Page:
Polymer Rheology

From tensor maths to practical benefits for processors & end users alike

Dr. Don Fleming
Fleming Polymer Testing and Consultancy

This paper discusses how rheology can be used to power flow simulation techniques for the prediction of polymer flow in real industrial processes. The ability to simulate production behaviour, instead of committing to a time intensive pilot plant study to actually measure it, can save a significant amount of time and money. Computing power and the continuing quest to further our understanding of how complex flow regimes interact, have greatly enhanced our ability to achieve this. Using rheological measurements in concert with flow simulation techniques it is now possible to predict a host of flow consequences, in both 2D and 3D, in a broad range of dies, from simple rheometer geometries to complex cable coating.


Rheology is the science of deformation and flow. Deformation and flow are important, since most materials must undergo deformation in order to flow into a geometry that is useful to us; that is a product. To study rheology we need to use instruments which are capable of accurately reproducing the deformations of interest; rheometers.

The manner in which a material deforms is also important, and this is especially true when the materials are polymers. Most of our polymer products begin life as solid pellets, and under the action of heat, are converted to a molten form whereby they can be readily squashed through a die resembling the geometry of the product we desire.

It soon becomes apparent that the way in which a polymer resists deformation is intrinsic to its suitability to processing. Resistance to deformation is more commonly termed viscosity, thus if a material has a high viscosity we can expect difficulty in deforming it to the required shape, and by implication, if it exhibits a low viscosity, the subsequent forces encountered will be more favourable.

It is apparent then that the ability to measure the viscosity of a material is beneficial to our expectation of process performance. To this end we use rheometers, and for the purpose of this paper, the rheometer of choice is the capillary rheometer. The capillary rheometer is essentially a ram extruder, whereby a piston is accurately driven down a high precision, heated, bore. Inside the bore is the molten polymer, and under the action of the driven piston, the melt is expressed through a die of known geometry. Pressure is measured prior to the die entry, allowing all of the parameters required for the calculation of viscosity to be recorded.

On measuring the viscosity of a polymer melt it is abundantly clear that it departs from that of traditional fluids, in that its viscosity changes with deformation rate. Figure 1 shows the viscosities measured when subjecting an oil and a polymer to a typical capillary rheometry test.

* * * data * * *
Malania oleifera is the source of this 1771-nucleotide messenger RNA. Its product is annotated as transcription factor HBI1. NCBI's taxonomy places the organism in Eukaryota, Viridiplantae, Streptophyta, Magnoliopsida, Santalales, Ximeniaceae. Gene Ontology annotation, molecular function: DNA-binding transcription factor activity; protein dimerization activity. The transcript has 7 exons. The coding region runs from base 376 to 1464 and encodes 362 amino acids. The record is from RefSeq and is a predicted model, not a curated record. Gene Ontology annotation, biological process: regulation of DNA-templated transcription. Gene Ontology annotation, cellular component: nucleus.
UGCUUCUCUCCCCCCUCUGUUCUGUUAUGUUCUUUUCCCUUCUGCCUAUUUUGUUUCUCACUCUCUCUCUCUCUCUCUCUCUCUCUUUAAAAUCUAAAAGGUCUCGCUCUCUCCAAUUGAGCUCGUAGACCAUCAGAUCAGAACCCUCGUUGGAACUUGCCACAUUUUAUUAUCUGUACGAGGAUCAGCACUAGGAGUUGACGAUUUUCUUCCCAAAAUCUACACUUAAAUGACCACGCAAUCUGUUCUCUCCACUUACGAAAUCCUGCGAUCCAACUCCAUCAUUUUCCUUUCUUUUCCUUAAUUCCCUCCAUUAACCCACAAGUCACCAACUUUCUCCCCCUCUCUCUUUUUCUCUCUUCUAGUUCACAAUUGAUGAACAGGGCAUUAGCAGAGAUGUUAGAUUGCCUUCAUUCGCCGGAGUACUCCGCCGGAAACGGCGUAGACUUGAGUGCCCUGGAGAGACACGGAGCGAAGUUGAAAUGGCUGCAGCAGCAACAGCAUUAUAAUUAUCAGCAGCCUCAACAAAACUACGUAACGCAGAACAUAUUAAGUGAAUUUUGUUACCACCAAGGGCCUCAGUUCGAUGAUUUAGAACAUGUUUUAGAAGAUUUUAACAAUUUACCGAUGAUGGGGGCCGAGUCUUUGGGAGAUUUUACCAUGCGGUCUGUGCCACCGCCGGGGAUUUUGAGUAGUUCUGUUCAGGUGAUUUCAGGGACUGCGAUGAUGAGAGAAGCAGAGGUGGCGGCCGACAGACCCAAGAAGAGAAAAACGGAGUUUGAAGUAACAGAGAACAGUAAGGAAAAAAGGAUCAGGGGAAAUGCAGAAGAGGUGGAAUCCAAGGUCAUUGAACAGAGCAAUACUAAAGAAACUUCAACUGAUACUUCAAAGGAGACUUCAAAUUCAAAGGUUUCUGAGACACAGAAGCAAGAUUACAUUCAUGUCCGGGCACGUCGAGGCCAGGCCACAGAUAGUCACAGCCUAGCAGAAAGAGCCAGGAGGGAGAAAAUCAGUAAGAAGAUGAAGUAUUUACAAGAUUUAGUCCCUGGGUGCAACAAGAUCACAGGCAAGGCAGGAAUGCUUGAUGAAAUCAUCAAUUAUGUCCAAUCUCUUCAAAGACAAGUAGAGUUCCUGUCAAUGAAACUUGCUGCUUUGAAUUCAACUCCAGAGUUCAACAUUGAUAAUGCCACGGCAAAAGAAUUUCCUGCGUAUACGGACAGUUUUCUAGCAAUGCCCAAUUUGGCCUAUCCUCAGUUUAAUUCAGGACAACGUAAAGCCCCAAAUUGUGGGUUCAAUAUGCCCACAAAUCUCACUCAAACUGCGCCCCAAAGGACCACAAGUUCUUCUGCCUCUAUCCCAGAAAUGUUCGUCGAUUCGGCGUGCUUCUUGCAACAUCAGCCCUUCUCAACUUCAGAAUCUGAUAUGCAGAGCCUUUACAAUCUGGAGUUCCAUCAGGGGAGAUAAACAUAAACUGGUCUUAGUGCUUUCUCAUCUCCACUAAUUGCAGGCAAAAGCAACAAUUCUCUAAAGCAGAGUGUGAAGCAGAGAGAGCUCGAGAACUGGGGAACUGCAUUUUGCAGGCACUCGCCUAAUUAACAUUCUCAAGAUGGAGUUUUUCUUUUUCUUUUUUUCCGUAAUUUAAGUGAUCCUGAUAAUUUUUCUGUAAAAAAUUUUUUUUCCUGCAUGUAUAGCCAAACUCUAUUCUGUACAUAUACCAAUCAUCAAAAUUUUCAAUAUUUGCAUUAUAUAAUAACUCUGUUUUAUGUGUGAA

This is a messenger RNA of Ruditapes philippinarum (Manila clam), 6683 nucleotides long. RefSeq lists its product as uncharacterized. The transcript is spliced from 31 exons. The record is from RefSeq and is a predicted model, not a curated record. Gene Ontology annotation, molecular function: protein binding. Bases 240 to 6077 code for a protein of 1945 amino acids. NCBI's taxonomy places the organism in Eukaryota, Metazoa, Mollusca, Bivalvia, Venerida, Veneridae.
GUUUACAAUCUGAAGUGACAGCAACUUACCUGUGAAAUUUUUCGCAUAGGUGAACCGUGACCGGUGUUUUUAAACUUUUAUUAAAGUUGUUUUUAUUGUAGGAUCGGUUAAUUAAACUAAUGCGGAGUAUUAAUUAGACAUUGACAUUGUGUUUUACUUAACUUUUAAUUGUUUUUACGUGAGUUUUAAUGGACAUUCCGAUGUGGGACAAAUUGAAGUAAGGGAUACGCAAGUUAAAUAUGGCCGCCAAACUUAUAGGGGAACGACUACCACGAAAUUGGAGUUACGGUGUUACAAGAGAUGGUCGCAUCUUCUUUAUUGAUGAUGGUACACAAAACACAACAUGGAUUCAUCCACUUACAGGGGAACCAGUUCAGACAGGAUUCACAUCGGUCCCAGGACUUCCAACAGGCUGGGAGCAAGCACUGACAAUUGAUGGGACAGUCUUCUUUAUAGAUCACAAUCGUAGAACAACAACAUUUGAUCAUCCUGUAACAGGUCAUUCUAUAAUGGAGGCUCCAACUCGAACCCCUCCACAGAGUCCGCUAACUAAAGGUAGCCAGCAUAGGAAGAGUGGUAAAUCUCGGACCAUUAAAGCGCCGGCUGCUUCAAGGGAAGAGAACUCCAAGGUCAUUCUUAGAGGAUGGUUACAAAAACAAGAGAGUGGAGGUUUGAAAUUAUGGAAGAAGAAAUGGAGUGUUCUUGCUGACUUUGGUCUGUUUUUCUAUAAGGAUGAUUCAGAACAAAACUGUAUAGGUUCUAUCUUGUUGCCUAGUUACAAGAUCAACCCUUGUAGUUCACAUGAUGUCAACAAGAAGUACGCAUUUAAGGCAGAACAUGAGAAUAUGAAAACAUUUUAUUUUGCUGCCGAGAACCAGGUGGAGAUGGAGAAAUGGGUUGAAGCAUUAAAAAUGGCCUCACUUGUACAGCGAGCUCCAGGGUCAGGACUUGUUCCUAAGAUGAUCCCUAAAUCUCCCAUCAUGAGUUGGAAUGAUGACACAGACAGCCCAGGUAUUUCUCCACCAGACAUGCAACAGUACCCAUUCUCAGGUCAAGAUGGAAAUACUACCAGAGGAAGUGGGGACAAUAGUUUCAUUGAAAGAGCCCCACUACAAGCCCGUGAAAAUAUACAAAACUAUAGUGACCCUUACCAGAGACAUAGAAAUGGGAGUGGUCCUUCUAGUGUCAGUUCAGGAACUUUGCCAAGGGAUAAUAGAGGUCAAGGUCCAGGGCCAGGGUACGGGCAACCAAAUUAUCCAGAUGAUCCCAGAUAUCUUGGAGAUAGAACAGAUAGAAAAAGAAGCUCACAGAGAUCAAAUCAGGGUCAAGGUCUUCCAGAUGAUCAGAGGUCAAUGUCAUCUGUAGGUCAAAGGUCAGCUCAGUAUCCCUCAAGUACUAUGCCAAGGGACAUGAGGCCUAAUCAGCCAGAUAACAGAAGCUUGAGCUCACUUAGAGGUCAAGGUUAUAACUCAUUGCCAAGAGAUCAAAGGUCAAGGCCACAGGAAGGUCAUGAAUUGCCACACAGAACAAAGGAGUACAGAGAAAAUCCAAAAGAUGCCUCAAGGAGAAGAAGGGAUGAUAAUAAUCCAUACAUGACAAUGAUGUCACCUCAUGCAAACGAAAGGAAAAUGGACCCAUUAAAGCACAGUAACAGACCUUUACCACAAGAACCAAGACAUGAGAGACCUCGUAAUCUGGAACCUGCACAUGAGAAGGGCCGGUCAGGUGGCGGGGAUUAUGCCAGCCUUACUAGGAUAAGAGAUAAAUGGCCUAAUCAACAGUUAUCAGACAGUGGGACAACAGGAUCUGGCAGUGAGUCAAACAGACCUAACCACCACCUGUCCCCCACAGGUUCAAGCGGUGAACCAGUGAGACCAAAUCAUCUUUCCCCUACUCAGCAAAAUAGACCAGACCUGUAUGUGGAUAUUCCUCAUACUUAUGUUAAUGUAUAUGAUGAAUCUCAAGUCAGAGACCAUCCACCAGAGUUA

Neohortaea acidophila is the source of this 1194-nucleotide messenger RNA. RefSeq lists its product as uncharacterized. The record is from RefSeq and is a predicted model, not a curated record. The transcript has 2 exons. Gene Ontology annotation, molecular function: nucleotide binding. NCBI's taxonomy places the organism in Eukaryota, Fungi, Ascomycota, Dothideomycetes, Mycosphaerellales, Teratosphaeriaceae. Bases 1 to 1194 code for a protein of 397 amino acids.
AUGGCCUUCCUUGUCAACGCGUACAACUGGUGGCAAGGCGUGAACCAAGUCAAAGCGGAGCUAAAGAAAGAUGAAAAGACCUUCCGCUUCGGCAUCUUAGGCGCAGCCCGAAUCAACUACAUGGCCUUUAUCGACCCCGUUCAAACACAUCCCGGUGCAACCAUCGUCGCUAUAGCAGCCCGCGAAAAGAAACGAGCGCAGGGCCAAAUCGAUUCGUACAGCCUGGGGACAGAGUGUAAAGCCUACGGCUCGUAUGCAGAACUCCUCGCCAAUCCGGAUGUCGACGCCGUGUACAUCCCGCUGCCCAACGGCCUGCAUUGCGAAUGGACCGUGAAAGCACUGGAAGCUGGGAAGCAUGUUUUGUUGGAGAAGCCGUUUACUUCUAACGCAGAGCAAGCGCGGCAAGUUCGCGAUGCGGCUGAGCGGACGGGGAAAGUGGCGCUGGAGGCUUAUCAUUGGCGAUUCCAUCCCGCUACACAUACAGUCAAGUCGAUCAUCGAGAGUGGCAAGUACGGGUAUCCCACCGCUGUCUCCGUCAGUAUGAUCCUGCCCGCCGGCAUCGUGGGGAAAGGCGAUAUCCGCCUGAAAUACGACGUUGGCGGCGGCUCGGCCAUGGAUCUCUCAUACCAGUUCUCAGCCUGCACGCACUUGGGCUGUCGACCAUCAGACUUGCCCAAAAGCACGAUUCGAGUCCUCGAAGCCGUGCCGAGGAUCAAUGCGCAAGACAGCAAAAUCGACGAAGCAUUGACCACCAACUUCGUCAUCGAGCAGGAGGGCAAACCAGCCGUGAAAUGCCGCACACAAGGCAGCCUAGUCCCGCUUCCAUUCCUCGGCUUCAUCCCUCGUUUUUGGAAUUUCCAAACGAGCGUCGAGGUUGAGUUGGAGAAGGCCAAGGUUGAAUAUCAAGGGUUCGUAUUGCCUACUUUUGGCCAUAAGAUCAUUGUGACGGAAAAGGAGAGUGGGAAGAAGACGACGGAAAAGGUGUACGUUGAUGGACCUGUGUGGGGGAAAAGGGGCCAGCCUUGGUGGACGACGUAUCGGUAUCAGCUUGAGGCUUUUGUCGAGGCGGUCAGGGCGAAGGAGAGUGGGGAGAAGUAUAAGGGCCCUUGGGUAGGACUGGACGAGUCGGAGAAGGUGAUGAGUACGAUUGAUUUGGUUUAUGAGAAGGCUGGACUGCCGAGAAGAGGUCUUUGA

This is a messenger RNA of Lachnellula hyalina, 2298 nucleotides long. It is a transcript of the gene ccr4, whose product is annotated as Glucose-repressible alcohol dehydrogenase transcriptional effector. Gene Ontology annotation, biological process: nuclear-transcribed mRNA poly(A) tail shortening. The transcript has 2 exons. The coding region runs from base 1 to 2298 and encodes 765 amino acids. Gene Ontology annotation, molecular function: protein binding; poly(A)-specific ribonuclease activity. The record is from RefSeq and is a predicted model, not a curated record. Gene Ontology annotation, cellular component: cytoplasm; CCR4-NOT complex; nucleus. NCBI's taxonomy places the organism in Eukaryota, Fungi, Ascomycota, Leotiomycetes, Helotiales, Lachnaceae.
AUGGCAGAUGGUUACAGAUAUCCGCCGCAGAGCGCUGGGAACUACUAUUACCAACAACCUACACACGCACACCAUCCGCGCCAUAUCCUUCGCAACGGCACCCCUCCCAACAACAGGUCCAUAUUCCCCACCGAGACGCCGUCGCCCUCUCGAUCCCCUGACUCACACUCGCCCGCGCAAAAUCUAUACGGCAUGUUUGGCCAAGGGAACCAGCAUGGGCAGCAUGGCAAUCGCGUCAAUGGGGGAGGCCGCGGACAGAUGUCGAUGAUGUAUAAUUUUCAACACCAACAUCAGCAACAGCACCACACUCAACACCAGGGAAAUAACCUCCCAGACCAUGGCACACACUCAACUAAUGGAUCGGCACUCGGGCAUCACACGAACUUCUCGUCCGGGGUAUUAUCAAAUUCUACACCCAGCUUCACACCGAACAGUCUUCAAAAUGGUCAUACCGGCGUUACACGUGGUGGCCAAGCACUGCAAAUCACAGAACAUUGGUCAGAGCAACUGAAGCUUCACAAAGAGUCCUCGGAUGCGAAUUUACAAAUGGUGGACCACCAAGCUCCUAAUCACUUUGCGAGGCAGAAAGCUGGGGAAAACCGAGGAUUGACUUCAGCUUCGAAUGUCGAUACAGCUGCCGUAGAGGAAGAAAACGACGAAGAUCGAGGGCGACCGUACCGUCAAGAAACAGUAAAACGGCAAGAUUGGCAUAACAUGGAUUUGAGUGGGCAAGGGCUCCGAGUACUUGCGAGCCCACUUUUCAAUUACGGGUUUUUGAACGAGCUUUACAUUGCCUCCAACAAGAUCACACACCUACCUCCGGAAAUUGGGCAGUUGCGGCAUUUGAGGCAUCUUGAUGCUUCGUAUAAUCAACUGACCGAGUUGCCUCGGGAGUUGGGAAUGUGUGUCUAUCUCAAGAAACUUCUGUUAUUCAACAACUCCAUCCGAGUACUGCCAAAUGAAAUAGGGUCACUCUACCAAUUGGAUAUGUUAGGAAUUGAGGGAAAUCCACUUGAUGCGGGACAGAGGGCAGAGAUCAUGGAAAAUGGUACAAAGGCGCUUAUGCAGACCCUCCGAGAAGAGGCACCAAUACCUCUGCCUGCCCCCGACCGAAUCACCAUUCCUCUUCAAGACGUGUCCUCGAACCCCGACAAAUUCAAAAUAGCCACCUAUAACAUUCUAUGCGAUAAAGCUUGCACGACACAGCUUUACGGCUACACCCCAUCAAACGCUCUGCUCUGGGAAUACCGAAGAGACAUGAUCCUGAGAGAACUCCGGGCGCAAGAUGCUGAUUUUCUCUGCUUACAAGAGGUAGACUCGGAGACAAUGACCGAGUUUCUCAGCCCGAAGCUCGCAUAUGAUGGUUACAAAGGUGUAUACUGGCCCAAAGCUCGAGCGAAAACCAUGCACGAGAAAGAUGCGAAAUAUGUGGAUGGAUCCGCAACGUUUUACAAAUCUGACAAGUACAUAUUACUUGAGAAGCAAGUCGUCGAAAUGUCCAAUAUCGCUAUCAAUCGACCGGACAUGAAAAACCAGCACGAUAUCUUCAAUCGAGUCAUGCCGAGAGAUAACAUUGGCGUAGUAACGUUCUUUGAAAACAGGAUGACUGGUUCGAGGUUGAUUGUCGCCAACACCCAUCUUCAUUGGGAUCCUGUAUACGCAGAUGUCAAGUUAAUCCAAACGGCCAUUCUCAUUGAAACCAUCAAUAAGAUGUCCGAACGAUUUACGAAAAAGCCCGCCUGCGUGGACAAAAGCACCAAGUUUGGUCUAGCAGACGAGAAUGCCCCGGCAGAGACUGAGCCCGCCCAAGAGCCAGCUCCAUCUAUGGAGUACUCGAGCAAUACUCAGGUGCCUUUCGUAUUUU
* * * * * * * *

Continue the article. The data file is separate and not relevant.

Figure 1 Viscosity functions of a typical polymer melt and a Newtonian oil

It is clear that the viscosity of the oil remains constant over the deformation range, whereas the viscosity of the polymer reduces. Consequently, the viscosity of the polymer melt is dependent on the deformation rate and is more usefully termed viscosity function. The constant, or rate independent, viscosity of the oil is termed Newtonian and that of the rate dependent polymer, shear thinning or pseudoplastic.

This shear thinning behaviour of course works in the processors favour, since the rise in pressure due to increasing output, will be lower than a Newtonian material at the same output. It is at this point that we have to ask ourselves why the material is apparently working for us in reducing its viscosity, and the answer to this question lies in molecular architecture. As we know, polymers are made up of a complex arrangement of chains, and these chains, in the molten form at rest, have a multitude of orientations. However, once a polymer melt is encouraged to flow, the random orientation enjoyed at rest is broken, and the chains are forced to line up in the direction of flow. This orientation gives rise to what we refer to as an anisotropic microstructure. That is, we find that the properties of the polymer are now different in different directions, unlike a Newtonian fluid where the properties are equal in each direction (isotropic). Consequently, as the degree of alignment increases, we find that the resistance to shear flow reduces. By implication, molecular chain length (measured as weight average molecular weight, ) and length distribution (molecular weight distribution, MWD), the presence of side chain branching and secondary side chain branching, filler type, content and aspect ratio, all influence alignment and thus viscosity.

At this juncture it is useful to remind ourselves that polymer melts are also elastic, and once an elastic material is forced to undergo a flow induced alignment, it will try to return to its original state. Once again, the anisotropic microstructure influences this behaviour, and it is found that restoring forces will be established in the direction of flow. The consequence of elasticity in melt flow is often manifested as die swell.

Hence, a flowing viscoelastic polymer melt is an extremely complex material, but with a working knowledge of rheology we can gain an insight into flow behaviour and avoid some unwelcome surprises.